During a visit to Microsoft's E3 booth earlier today, we had an opportunity to meet with representatives from developer Turn 10 and talk to them about the recently announced Xbox 360-exclusive Forza Motorsport 3. Turn 10 didn't share any crazy new information about the game with us but instead gave us a few facts, figures, and philosophies, and then more or less let the game speak for itself.
In Forza Motorsport 3, the cars are most definitely the stars. There will be around 400 of them in the finished game (including classics, SUVs, and micros), each with 10 times as many polygons as their Forza 2 counterparts and higher-resolution textures. Needless to say, the results are impressive, and if seeing the game's signature bright-red Audi R8 V10 against the stark white background of the new user interface doesn't get you excited to drive it, then nothing will.
Cars look every bit as good on the circuit as they do on the selection screen, and you're in for a real treat if you're someone who likes to drive using the in-car view. Beautiful environments, like the mountain range and lakes that surround the Camino Viejo track, whiz by at a smooth 60 frames per second, and a plethora of driving options ensure that practically anyone can have a good time behind the wheel. Turn all of the auto-assists on, and you can drive doing little more than hitting the accelerator and turning left and right. Turn them off, and you'll find that Forza 3 offers a challenging and realistic driving experience that, if you're not as skilled behind the wheel as you think you are, might give you a great opportunity to roll your car and check out the impressive damage modeling.
Forza 3 will also be forgiving in ways that its predecessors weren't, though. If you make a mistake, you have the option to rewind time for what seems to be about 10 to 15 seconds, and try again. Cleverly, when you upload times to the game's leaderboards, they'll be listed only as "certified" if you didn't use the rewind feature. Purportedly, the game will also know if you gained an advantage by riding walls, taking shortcuts, or drafting someone for the entire lap or if you had someone in a faster car push you around, and your times will be listed as uncertified accordingly.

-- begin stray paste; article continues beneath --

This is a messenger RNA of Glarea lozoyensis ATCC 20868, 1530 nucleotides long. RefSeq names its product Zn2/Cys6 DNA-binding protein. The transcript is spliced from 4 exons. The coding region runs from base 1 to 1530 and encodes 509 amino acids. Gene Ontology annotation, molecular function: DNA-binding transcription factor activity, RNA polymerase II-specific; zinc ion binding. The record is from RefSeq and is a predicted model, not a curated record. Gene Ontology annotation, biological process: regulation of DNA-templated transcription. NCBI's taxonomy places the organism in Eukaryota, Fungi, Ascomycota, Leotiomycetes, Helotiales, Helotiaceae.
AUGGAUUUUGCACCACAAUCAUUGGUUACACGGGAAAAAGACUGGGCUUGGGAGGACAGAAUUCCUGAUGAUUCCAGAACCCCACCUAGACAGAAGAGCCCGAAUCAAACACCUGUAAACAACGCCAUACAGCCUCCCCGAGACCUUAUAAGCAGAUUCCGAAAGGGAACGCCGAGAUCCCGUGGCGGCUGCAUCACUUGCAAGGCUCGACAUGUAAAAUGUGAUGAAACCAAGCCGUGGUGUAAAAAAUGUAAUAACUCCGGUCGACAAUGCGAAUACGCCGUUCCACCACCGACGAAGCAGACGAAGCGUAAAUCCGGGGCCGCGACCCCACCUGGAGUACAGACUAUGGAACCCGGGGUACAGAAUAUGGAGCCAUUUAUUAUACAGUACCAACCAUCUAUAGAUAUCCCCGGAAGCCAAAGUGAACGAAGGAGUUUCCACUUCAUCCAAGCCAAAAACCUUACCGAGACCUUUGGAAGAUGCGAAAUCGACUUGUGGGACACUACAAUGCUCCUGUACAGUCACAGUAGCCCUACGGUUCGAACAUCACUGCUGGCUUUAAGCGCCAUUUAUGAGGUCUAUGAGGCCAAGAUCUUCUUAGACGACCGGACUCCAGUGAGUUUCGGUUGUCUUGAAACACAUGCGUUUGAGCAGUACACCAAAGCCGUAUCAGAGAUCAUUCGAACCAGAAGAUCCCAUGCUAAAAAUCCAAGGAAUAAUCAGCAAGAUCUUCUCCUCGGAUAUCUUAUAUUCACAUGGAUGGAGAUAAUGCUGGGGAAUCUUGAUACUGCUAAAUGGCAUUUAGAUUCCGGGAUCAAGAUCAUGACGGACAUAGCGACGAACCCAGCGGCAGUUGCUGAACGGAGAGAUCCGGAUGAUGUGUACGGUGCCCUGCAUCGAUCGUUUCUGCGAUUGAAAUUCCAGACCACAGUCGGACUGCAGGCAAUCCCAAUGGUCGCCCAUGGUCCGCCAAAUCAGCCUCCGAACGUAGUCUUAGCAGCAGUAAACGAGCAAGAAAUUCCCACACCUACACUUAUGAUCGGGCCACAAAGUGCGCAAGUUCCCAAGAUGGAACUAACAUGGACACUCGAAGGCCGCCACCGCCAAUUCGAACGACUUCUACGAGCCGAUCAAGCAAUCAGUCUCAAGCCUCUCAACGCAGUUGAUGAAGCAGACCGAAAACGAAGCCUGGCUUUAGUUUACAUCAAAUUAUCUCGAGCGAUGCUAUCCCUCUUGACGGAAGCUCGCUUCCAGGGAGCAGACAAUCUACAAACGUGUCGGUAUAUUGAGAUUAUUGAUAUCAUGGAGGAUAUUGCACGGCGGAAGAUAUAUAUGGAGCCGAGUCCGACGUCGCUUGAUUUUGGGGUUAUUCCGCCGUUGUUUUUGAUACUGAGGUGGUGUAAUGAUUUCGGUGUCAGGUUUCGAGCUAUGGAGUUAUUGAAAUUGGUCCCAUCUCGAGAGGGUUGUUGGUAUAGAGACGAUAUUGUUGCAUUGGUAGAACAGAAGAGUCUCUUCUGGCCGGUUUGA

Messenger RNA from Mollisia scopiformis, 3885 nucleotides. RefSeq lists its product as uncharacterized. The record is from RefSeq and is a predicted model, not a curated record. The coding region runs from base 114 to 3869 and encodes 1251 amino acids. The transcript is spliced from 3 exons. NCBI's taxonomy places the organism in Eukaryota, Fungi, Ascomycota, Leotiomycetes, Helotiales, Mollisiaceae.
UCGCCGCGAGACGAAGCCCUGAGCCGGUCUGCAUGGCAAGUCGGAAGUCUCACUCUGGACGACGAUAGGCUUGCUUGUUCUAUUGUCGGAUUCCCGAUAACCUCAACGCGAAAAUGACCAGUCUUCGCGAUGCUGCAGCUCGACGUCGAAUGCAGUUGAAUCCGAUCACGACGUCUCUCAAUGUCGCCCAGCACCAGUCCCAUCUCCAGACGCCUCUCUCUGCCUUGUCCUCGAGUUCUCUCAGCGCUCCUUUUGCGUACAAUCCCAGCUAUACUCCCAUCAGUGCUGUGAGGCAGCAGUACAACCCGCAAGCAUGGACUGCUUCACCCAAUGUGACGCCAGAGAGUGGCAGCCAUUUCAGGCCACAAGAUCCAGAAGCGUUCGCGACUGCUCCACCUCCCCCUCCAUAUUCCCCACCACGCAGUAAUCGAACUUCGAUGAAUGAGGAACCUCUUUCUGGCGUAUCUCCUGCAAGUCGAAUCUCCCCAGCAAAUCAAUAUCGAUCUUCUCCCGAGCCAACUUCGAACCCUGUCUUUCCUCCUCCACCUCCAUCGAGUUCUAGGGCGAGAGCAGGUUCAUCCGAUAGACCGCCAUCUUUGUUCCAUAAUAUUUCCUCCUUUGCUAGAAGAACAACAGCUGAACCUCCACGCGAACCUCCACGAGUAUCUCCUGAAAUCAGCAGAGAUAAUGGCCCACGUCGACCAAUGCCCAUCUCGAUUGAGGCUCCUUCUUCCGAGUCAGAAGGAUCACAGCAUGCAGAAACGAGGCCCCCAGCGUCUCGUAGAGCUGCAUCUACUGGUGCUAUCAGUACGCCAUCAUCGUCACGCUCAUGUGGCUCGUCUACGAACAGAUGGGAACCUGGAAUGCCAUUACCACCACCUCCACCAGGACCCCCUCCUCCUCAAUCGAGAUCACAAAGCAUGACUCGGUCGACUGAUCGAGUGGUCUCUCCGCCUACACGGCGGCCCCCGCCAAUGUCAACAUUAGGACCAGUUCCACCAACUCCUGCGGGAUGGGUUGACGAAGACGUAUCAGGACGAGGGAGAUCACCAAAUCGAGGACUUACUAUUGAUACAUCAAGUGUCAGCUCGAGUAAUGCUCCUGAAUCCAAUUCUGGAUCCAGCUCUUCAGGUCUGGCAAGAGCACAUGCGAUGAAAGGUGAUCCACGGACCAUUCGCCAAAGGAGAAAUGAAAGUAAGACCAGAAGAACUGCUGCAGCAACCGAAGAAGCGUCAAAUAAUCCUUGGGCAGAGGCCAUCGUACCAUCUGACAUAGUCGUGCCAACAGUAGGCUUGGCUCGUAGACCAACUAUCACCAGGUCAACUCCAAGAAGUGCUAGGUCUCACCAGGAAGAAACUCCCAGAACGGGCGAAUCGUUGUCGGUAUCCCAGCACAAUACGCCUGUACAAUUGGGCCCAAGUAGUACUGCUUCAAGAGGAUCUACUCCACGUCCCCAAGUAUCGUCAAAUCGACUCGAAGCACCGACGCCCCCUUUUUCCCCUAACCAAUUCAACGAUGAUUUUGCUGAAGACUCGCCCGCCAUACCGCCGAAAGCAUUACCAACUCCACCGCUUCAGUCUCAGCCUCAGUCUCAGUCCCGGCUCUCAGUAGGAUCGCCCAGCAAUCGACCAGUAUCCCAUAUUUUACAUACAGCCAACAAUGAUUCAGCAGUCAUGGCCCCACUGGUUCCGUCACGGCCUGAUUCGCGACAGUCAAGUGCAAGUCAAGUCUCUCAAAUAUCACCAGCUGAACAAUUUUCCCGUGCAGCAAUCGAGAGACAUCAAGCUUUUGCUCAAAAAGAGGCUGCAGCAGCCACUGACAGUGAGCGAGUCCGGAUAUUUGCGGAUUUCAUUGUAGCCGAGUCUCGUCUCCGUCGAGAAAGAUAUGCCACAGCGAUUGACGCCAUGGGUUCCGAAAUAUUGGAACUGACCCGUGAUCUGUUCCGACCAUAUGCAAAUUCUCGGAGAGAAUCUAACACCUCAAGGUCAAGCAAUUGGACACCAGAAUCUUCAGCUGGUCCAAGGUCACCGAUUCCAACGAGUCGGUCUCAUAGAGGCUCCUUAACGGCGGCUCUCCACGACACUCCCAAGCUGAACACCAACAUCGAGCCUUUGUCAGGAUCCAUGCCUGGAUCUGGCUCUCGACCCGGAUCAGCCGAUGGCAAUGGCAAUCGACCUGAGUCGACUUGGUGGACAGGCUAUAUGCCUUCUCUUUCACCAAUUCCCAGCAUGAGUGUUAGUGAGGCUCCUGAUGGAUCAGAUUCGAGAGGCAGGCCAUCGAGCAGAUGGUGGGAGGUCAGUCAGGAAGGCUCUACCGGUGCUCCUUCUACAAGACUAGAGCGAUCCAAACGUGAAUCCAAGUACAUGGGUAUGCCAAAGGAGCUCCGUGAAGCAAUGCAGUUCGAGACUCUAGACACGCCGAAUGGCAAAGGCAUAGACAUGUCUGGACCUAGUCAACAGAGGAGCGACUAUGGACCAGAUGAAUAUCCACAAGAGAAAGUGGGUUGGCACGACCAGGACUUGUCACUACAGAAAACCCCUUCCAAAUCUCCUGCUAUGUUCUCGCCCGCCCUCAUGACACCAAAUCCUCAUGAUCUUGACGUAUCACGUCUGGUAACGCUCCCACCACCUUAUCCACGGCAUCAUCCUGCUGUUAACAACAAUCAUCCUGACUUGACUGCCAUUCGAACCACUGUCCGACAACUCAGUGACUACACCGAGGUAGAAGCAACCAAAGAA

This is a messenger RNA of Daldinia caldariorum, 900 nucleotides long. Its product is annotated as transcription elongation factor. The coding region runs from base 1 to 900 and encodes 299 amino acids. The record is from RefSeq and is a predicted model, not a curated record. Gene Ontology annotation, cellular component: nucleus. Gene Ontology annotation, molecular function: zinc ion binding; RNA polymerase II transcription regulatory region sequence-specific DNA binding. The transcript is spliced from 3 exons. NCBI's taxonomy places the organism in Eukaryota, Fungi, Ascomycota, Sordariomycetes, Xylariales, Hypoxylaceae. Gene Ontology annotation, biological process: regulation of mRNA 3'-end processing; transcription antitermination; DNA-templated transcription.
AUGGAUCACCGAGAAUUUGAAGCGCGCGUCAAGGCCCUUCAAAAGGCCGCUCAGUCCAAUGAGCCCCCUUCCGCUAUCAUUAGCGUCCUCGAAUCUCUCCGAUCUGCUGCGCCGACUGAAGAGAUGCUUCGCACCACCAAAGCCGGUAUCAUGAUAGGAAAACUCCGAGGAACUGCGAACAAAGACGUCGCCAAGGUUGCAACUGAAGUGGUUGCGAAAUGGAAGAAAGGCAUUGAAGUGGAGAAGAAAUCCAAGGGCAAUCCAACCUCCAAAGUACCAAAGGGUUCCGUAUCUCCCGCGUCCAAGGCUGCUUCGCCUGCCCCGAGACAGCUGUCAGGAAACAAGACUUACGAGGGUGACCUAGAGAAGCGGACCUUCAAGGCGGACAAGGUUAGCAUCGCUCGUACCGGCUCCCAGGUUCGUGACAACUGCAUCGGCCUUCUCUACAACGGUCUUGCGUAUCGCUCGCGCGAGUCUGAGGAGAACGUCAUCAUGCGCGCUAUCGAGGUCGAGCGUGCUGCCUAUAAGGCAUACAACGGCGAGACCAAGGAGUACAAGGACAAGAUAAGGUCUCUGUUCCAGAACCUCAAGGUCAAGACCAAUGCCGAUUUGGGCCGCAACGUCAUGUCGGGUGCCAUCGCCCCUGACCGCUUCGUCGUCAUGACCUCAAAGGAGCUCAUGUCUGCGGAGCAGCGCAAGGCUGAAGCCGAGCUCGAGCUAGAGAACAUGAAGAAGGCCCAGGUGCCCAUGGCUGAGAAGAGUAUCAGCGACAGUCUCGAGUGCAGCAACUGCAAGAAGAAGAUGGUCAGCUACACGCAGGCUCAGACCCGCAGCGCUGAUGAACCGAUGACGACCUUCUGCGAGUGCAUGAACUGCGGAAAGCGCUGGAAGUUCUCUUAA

Toward the end of our meeting, Turn 10 made a point of telling us how important the Forza community is to them and how, while they're not ready to talk about specific features just yet, players who specialize in painting or tuning cars aren't going to be disappointed or forgotten. We were also told that Forza 3 will feature "a lot" of real-life and fantasy tracks, though only three of the latter are being shown here at E3. After leaving the meeting, we were invited to get some hands-on time with the game, and that's when things got really exciting.
The E3 demo includes eight highly desirable cars from Lamborghini, Ferrari, Ford, Mercedes, Aston Martin, Porsche, Corvette, and Audi, and after choosing one (the Aston Martin on this occasion), we got to race two laps against the other seven. Playing with the regular Xbox 360 controller, we immediately felt comfortable with the controls, and as we maintained position in the middle of the pack for much of the first lap, we were afforded several opportunities to witness the game's AI at work. Opposing drivers were competitive but knew when to back down, and crucially, they were fallible. We witnessed one driver make a completely unforced error going into a corner, which, while not entirely realistic, is certainly more entertaining than seeing opponents move around a track on rails.
However, where Forza 3 really impressed us at E3 2009, was inside one of the three simulators that Microsoft has set up behind its booth. These simulators incorporate force feedback steering wheels, three pedals, three widescreens, and hydraulics that make you feel every bump in the road and, apparently, necessitate the wearing of a seatbelt. Most of us will never get to experience Forza 3 in this way outside of an event like E3, but the fact that it's even possible to do so underlines just how much attention to detail has gone into its making.
October can't come quickly enough, and in the meantime we hope to bring you plenty of updates on features that aren't being talked about at E3. Stay tuned.